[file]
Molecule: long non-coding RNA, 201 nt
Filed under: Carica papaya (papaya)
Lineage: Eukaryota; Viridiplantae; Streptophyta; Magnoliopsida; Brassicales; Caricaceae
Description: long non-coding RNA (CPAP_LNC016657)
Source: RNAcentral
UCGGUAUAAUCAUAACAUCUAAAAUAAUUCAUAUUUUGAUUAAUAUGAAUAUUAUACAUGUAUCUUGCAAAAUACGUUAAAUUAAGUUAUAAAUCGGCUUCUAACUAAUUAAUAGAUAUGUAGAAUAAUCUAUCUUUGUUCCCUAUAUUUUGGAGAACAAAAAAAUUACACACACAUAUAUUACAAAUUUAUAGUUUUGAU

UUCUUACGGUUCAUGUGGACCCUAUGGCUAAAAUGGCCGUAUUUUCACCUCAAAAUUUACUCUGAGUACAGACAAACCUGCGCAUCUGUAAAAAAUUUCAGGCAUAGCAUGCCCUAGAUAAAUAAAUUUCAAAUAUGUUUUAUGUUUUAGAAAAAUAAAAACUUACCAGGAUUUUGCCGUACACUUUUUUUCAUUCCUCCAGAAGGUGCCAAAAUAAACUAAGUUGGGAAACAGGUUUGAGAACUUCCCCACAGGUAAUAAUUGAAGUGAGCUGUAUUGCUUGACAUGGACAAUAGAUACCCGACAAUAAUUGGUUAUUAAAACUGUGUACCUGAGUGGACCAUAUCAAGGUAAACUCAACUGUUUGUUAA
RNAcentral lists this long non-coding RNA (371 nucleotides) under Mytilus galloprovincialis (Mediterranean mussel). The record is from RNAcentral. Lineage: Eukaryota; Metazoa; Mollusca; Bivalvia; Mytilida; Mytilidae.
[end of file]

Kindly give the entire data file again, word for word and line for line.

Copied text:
Molecule: long non-coding RNA, 201 nt
Filed under: Carica papaya (papaya)
Lineage: Eukaryota; Viridiplantae; Streptophyta; Magnoliopsida; Brassicales; Caricaceae
Description: long non-coding RNA (CPAP_LNC016657)
Source: RNAcentral
UCGGUAUAAUCAUAACAUCUAAAAUAAUUCAUAUUUUGAUUAAUAUGAAUAUUAUACAUGUAUCUUGCAAAAUACGUUAAAUUAAGUUAUAAAUCGGCUUCUAACUAAUUAAUAGAUAUGUAGAAUAAUCUAUCUUUGUUCCCUAUAUUUUGGAGAACAAAAAAAUUACACACACAUAUAUUACAAAUUUAUAGUUUUGAU

UUCUUACGGUUCAUGUGGACCCUAUGGCUAAAAUGGCCGUAUUUUCACCUCAAAAUUUACUCUGAGUACAGACAAACCUGCGCAUCUGUAAAAAAUUUCAGGCAUAGCAUGCCCUAGAUAAAUAAAUUUCAAAUAUGUUUUAUGUUUUAGAAAAAUAAAAACUUACCAGGAUUUUGCCGUACACUUUUUUUCAUUCCUCCAGAAGGUGCCAAAAUAAACUAAGUUGGGAAACAGGUUUGAGAACUUCCCCACAGGUAAUAAUUGAAGUGAGCUGUAUUGCUUGACAUGGACAAUAGAUACCCGACAAUAAUUGGUUAUUAAAACUGUGUACCUGAGUGGACCAUAUCAAGGUAAACUCAACUGUUUGUUAA
RNAcentral lists this long non-coding RNA (371 nucleotides) under Mytilus galloprovincialis (Mediterranean mussel). The record is from RNAcentral. Lineage: Eukaryota; Metazoa; Mollusca; Bivalvia; Mytilida; Mytilidae.